This is a small exert of that delineation that appeared in the Heanor Observer. Thursday 6th June 1940
Winston Churchill: "His character hinges largely on his large secretiveness. Persons so amply endowed with this faculty need to be careful lest their proneness to conceal brings suspicion on to themselves. It is secretiveness, however that gives self-possession, a very good mental asset when accompanied with a first rate interlect, which Mr Churchill fortunately possesses, and is especially shown in times of danger and emergency. He is not easily perturbed, scared or thrown off his balance. He loves to spring surprises on others, and whilst seemingly letting others have their way, quietly gets his own. He is remarkably adaptable and versatile yet decidedly unconventional,attempts much,and though he may not always score,he has bigness of mind, is prolific of original ideas, shrewd and knowing, a past master in strategic planning, venturesome, with wonderful control of his feelings, and commands confidence.
Mentally he is capable of filling many foremost public positions with destinction and ability, the position of prime minister, to which he has recently been elected, provided him at this momentous stage of world-wide martial disturbance with opportunuties for the utilisation of his best gifts. He has a mature understanding, and realises that might must be countered by might. The Nazis realise this, and fear him."
Joseph also wrote many books, in particular:
"The life story and experiences of a phrenologist" 1929
"My Village Owd Codnor" 1932
Joseph and his brothers, George and Franklin later funded the building of the Almshouses at Codnor, as a lasting memorial to their mother Elizabeth Barrett Severn.
Joseph Millott Severn died at his home in Brighton in September 1942.
Ripley & Heanor News 6th October 1922
MUNIFICENT GIFT TO CODNOR
FOUR BUNGALOWS FOR INDIGENT PARISHIONERS
MESSRS. SEVERN BROS' GENEROSITY
"The following plans were submitted:- Four Almshouses for Messrs. Severn Bros' Nottingham Road Codnor."
This bald announcement in the Heanor Council Survey Committee minutes on Wednesday evening had behind it the fact of a most generous gift to Codnor by one of its oldest families. This consists of four compact dwelling-houses, to be erected in the style of bungalows, which will be dedicated to the memory of the donors mother and family and which, when completed will bear the inscription:- "To the memory of Elizabeth Barrett Severn and family"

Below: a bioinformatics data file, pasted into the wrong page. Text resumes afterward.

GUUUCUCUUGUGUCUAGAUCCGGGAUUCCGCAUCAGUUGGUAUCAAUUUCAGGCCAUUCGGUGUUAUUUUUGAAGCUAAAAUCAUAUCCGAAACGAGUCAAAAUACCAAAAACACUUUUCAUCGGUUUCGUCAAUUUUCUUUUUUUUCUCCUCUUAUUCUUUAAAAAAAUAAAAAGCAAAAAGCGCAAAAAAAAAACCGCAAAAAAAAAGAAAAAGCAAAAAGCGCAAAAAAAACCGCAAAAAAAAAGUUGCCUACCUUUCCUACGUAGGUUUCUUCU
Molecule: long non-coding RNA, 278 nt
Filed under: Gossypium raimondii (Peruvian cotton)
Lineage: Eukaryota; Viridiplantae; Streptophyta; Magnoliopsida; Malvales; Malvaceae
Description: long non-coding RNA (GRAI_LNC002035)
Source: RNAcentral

The idea of the scheme originated with the youngest son, Mr Franklin Severn, of the Market Place, Heanor, and his elder brothers, Prof. J. M. Severn, now of Brighton, and Mr George Severn, Market Place Codnor, readily promised their assistance. Appropriately the site desired was the one adjoining the old homestead of the Severns on Nottingham Road, Codnor. The acquisition of this was made possible by the splendid generosity of the Butterley Co. Ltd., who upon being approached for its purchase , and having ascertained the object, readily gave the site, consisting of half-an-acre of frontage land. Mr H. Eustace Mitton from the outset has taken a keen interest in the project, and in addition to the gift of land, the company have placed the services of their colliery survey department at the disposal of the donors, and done the necessary architectural work.
The site of the four houses is conveniently situated on the Nottingham Road within a few yards of Codnor Market Place. The plan shows the houses to be brick built and slated roofs, all the rooms, which are admirably placed on the ground floor. To the front are the living room and bedroom, measuring 12ft by 12ft 5in and 12ft by 9ft respectively. At the rear is the scullery, 11ft by 9ft 7 1/2ins with a spacious box room and coal house and sanitary offices, all of which are combined under the main roof. A continuous verandah along the front of all the houses adds a pleasing affect to the general appearance, and there are both front and back gardens.
The houses are intended solely for the use of one family, and throughout the standing impression is that everything is being done to make for happiness and comfort, and to brighten the remaining years of the aged occupants.
Seen by a "News" representative regarding the proposed generous gift, Mr Franklin Severn said the project had been contemplated for over five years, and it was anticipated a start on clearing the land would be made almost immediately. Building would probably commence in the early spring of next year, and the houses be ready for occupation before the cold weather set in next year. The Butterley Company had acted most generously. Mr Severn was most emphatic in declaring that the donors would have nothing to do with the letting of the houses. When completed these would be endowed and handed over to an independent board of governors, who would have to be appointed.
Fig.1 The Severn Almshouses 2009. Four cottages built in a crescent shape.
Information for this page was obtained from the following sources.
The life story and experiences of a phrenologist, by J M Severn 1929
My Village, by J M Severn 1932
Heanor Observer 6th June 1940
Ripley & Heanor News 6th October 1922
The Heritage of Codnor & Loscoe by Fred S Thorpe 1990